Jordan king names conservative as new prime minister (UPDATE)
Details added (first version posted at 21:30)
Jordan's King Abdullah II on Thursday asked a conservative former adviser to form a new government after the prime minister resigned six months after taking office with a mandate to implement political reforms, dpa reported.
The state-run news agency Petra said Fayez Tarawneh, a political conservative who previously served as prime minister from 1998-1999 under the reign of King Hussein, was asked to form a new government.
Observers say the King's selection of Tarawneh, a former Royal Court chief, is sign the monarch is turning to a trusted hand to help steer the country through an emerging "political crisis."
Protesters inspired by the Arab Spring uprisings have been holding demonstrations to demand political reforms but those have remained largely small compared with popular uprisings that toppled rulers in Tunisia, Egypt, Libya and Yemen.
Government sources linked Awn Khasawneh's resignation as prime minister to growing differences between the premier and the monarch over political reforms. The resignation marked Jordan's fourth change of government since the Arab Spring uprisings.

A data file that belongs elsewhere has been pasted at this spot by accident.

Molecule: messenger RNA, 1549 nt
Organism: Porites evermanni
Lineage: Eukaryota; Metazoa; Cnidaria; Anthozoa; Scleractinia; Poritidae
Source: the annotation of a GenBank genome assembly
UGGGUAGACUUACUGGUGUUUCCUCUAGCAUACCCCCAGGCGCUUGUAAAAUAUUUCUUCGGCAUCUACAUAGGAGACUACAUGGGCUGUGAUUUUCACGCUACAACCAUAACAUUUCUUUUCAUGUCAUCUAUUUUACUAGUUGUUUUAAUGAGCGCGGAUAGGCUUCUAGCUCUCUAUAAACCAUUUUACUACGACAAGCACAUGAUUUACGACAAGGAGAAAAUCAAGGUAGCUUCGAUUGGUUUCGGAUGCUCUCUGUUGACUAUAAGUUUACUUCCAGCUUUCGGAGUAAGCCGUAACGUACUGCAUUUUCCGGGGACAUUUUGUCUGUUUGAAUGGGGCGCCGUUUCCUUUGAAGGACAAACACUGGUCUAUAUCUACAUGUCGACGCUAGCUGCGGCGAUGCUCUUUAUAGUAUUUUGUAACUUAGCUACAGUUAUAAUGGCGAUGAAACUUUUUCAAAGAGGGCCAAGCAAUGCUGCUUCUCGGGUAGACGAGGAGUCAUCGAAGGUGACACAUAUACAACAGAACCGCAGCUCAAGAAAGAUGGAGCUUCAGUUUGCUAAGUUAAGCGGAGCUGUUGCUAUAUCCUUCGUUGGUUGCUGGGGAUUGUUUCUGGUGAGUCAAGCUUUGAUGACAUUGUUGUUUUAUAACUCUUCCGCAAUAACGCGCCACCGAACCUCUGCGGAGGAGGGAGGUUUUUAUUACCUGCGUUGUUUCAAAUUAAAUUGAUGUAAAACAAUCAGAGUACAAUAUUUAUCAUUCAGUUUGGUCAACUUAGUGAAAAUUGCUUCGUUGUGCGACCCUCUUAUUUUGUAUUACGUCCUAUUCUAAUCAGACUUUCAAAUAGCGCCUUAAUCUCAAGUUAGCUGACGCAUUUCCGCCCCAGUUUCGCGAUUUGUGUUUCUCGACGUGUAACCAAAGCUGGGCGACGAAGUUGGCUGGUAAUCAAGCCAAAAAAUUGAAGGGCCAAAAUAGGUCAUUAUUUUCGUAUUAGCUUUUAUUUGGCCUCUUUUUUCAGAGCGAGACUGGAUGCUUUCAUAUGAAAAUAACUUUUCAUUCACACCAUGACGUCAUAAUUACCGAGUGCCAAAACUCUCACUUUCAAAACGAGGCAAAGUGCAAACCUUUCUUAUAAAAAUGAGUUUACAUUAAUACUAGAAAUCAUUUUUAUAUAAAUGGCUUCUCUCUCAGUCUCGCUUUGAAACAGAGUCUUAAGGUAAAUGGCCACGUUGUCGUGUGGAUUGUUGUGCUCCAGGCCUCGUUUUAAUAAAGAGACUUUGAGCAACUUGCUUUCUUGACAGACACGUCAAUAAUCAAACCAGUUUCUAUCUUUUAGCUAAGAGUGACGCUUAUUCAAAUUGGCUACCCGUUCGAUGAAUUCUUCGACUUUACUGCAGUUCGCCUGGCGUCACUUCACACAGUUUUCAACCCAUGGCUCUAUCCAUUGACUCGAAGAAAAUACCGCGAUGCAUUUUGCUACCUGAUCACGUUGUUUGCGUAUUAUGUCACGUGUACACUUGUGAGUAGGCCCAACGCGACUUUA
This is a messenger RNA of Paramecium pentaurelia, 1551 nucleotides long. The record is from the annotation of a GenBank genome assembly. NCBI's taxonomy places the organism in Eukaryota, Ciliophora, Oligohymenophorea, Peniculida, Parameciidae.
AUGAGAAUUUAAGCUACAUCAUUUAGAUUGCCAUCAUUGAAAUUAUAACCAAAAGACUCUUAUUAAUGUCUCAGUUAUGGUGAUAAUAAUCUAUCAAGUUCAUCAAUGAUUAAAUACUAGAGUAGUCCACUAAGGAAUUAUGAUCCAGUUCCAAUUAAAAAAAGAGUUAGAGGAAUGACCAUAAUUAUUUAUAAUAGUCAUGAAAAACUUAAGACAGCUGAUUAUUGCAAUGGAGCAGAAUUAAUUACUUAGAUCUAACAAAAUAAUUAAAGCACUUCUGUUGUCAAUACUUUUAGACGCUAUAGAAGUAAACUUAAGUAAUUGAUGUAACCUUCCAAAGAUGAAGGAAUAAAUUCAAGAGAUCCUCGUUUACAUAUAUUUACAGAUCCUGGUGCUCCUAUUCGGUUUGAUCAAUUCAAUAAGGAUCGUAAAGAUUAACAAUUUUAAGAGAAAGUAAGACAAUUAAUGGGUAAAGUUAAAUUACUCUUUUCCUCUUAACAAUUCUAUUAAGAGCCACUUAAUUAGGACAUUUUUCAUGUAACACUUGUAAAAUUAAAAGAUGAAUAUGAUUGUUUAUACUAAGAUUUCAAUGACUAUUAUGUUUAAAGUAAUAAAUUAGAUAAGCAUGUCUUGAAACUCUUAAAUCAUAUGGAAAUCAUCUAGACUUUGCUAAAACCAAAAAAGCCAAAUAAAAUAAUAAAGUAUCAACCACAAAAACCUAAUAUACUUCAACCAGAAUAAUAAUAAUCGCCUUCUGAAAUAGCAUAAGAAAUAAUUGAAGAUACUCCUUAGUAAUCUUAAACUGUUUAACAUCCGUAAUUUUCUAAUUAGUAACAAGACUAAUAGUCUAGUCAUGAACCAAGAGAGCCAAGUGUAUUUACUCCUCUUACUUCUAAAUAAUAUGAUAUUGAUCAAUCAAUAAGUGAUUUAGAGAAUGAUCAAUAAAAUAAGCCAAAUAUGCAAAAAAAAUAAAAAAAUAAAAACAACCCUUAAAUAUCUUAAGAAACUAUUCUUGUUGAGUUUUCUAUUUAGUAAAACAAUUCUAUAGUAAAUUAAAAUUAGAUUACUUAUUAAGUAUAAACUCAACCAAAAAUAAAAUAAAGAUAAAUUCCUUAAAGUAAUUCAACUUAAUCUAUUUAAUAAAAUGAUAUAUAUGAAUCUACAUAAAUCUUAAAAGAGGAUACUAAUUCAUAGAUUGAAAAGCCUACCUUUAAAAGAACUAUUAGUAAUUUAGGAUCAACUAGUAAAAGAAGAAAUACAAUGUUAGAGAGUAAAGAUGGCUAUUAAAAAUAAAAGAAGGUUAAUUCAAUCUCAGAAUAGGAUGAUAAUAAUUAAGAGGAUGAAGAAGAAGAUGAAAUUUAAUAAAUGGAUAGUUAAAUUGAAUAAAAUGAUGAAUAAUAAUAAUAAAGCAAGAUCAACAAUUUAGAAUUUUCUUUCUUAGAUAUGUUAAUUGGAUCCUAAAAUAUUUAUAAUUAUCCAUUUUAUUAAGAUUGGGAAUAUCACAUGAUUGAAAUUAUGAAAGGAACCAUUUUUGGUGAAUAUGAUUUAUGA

A source close to Khasawneh said he resigned over efforts by key advisers to King Abdullah to undermine government efforts to implement democratic reforms.
Sources said the prime minister objected to a controversial election law forced upon the government by the Royal Palace. The draft law prompted the resignation of Justice Minister Salim Al-Zoubi.
Khasawneh, a former International Court of Justice vice president, was appointed as premier by King Abduallah last year to lead reform efforts.
The former judge helped warm ties between the government and the Muslim Brotherhood and attempted to include the opposition in the decision-making process.